This foundational theory that germs are primarily responsible for disease and not cell health has led to major illusions related to food and health. When doctors and scientists think in terms of the germ theory of disease, they fight disease with antibiotics, vaccination and pasteurization. All of these come with very serious problems that are only now beginning to be understood. The average citizen today has developed dependence on external medication rather than on learning self-regulation, being in touch with the intelligence of the body and making wise choices of food and lifestyle.

No doubt, medical science has been miraculous in the way it has fought epidemics and other communicative diseases. But the ‘germ theory’ of diseases and a paradigm of linear thinking as a foundation of our medical system is certainly responsible for us getting mixed up. It has led to a situation where medical colleges do not focus at all on prevention or on cell health. Amongst the public and the Governments, this reality is largely ignored: that to avoid ill health, we need to understand the importance of eating and living right, and that a modern medical establishment is not the only answer.

Focussing exclusively on the germ theory of diseases and ignoring the cellular disease theory has led to a situation where medical colleges do not focus at all on fostering cell health or prevention of ill health.

Macro & Micro nutrients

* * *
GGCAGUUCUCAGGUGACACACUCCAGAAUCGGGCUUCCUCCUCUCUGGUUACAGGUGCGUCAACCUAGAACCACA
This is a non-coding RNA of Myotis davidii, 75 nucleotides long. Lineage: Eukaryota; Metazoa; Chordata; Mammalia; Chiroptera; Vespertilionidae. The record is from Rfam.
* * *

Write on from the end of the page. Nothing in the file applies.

Another source of our confusion is the way a partial truth - of the importance of macronutrients - has become a superstructure of our social, economic and political priorities.

Justus von Leibig, a German chemist, claimed that there were three major chemicals that plants needed for their growth – Nitrogen, Phosphorus and Potassium (NPK). Soon, he was considered the father of the chemical fertilizer industry. Leibig also claimed that there were only three major nutrients that humans needed to consume – Proteins, Carbohydrates and Fats. Ever since, these became the big three in the food and nutrition industry – and these are the main foods available in the supermarkets today.

While the importance of micronutrients for the soil and human body is now well known, the Governments have not gotten over their exclusive focus on macronutrients. The focus in Government policies is almost entirely on cereals, pulses and oils as far as food goes, while in agriculture, the focus is on chemical fertilisers with NPK leading the way. Foods with macro nutrients can be stored and power exerted through its supply and pricing, since cereals and pulses are essential for survival.

It is a fact that our bodies need from fifty to hundred different chemical compounds to maintain health and Nature meant us to get these micronutrients from a variety of leaves, fruits, vegetables, seeds and nuts.